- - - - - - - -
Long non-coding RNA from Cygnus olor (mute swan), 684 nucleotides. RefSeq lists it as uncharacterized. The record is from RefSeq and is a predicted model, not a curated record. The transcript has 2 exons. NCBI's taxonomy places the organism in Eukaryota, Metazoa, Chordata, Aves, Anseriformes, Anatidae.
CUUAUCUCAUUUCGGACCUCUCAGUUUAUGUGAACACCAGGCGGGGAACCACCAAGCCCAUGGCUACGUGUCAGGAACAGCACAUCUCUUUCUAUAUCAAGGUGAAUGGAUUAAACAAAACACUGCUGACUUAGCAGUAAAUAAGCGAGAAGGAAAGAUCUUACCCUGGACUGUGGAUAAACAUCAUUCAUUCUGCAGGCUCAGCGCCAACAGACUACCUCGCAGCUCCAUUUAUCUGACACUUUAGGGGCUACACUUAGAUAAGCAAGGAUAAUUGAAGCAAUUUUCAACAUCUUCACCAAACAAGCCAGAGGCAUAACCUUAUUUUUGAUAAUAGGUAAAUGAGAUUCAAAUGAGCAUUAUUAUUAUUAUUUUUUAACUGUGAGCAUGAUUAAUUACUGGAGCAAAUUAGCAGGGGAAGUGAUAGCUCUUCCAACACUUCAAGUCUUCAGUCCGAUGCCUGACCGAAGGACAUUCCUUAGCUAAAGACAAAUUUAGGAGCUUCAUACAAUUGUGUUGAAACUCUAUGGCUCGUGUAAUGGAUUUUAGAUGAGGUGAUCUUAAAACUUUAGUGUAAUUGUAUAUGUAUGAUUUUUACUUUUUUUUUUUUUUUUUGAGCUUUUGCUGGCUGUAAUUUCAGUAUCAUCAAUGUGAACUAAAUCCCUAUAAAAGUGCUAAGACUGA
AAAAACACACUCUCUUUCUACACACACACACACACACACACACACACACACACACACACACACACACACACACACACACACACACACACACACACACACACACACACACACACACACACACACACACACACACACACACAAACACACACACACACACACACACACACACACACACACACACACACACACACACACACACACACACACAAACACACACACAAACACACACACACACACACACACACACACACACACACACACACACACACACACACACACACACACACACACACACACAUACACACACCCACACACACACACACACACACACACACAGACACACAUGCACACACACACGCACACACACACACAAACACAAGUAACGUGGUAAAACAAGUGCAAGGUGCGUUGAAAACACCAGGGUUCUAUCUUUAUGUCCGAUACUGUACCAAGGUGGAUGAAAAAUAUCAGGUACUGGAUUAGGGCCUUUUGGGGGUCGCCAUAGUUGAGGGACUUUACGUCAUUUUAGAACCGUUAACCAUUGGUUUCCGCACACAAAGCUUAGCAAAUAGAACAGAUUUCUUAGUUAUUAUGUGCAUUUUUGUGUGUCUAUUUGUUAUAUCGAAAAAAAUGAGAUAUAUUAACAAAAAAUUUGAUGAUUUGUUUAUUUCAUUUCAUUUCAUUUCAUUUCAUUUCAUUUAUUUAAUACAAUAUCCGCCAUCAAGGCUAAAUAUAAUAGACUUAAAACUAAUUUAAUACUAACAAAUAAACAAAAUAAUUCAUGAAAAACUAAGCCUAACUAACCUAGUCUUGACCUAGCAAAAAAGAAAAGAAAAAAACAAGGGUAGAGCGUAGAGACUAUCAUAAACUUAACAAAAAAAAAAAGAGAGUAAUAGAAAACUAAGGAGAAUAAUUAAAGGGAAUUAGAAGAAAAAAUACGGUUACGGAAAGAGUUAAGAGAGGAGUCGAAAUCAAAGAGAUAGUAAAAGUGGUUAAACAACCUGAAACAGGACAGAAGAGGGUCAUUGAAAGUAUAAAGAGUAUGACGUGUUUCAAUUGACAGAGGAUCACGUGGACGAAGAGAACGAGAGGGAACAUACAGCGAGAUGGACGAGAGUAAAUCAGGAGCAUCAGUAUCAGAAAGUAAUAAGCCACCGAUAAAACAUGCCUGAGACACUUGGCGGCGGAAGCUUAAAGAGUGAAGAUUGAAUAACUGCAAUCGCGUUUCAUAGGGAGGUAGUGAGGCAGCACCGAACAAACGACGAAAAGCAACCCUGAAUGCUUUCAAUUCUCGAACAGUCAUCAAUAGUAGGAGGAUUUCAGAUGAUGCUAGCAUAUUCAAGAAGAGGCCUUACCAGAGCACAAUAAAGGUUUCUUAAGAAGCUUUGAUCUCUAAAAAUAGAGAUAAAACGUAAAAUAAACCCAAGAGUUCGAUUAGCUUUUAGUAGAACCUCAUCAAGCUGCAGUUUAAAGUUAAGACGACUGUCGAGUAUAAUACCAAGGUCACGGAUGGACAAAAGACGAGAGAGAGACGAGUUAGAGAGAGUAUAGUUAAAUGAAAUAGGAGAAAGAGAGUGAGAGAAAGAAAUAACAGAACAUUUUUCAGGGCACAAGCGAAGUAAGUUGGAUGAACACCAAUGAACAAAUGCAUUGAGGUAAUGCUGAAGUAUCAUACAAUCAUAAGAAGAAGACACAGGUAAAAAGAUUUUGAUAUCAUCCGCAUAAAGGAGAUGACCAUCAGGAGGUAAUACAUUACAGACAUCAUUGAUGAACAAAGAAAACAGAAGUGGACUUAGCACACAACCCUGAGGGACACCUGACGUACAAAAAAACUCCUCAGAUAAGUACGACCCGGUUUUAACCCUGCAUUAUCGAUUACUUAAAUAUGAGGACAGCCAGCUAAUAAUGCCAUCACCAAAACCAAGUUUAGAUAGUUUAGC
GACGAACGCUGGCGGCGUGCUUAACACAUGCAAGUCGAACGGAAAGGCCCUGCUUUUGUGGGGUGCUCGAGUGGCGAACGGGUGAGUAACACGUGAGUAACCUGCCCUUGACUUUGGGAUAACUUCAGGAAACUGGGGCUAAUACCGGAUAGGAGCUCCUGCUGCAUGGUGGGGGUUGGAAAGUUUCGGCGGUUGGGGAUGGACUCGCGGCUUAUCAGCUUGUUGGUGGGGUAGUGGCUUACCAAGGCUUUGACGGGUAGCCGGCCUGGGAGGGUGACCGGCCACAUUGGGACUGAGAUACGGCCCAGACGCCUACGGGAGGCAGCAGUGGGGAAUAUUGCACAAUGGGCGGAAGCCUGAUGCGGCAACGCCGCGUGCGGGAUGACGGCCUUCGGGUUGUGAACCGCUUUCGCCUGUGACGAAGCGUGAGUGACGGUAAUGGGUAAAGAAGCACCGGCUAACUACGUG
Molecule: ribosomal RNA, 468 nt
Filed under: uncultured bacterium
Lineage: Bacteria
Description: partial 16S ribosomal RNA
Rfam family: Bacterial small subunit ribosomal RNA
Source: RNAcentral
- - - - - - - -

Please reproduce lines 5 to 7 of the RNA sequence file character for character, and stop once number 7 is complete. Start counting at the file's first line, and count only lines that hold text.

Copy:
Molecule: ribosomal RNA, 468 nt
Filed under: uncultured bacterium
Lineage: Bacteria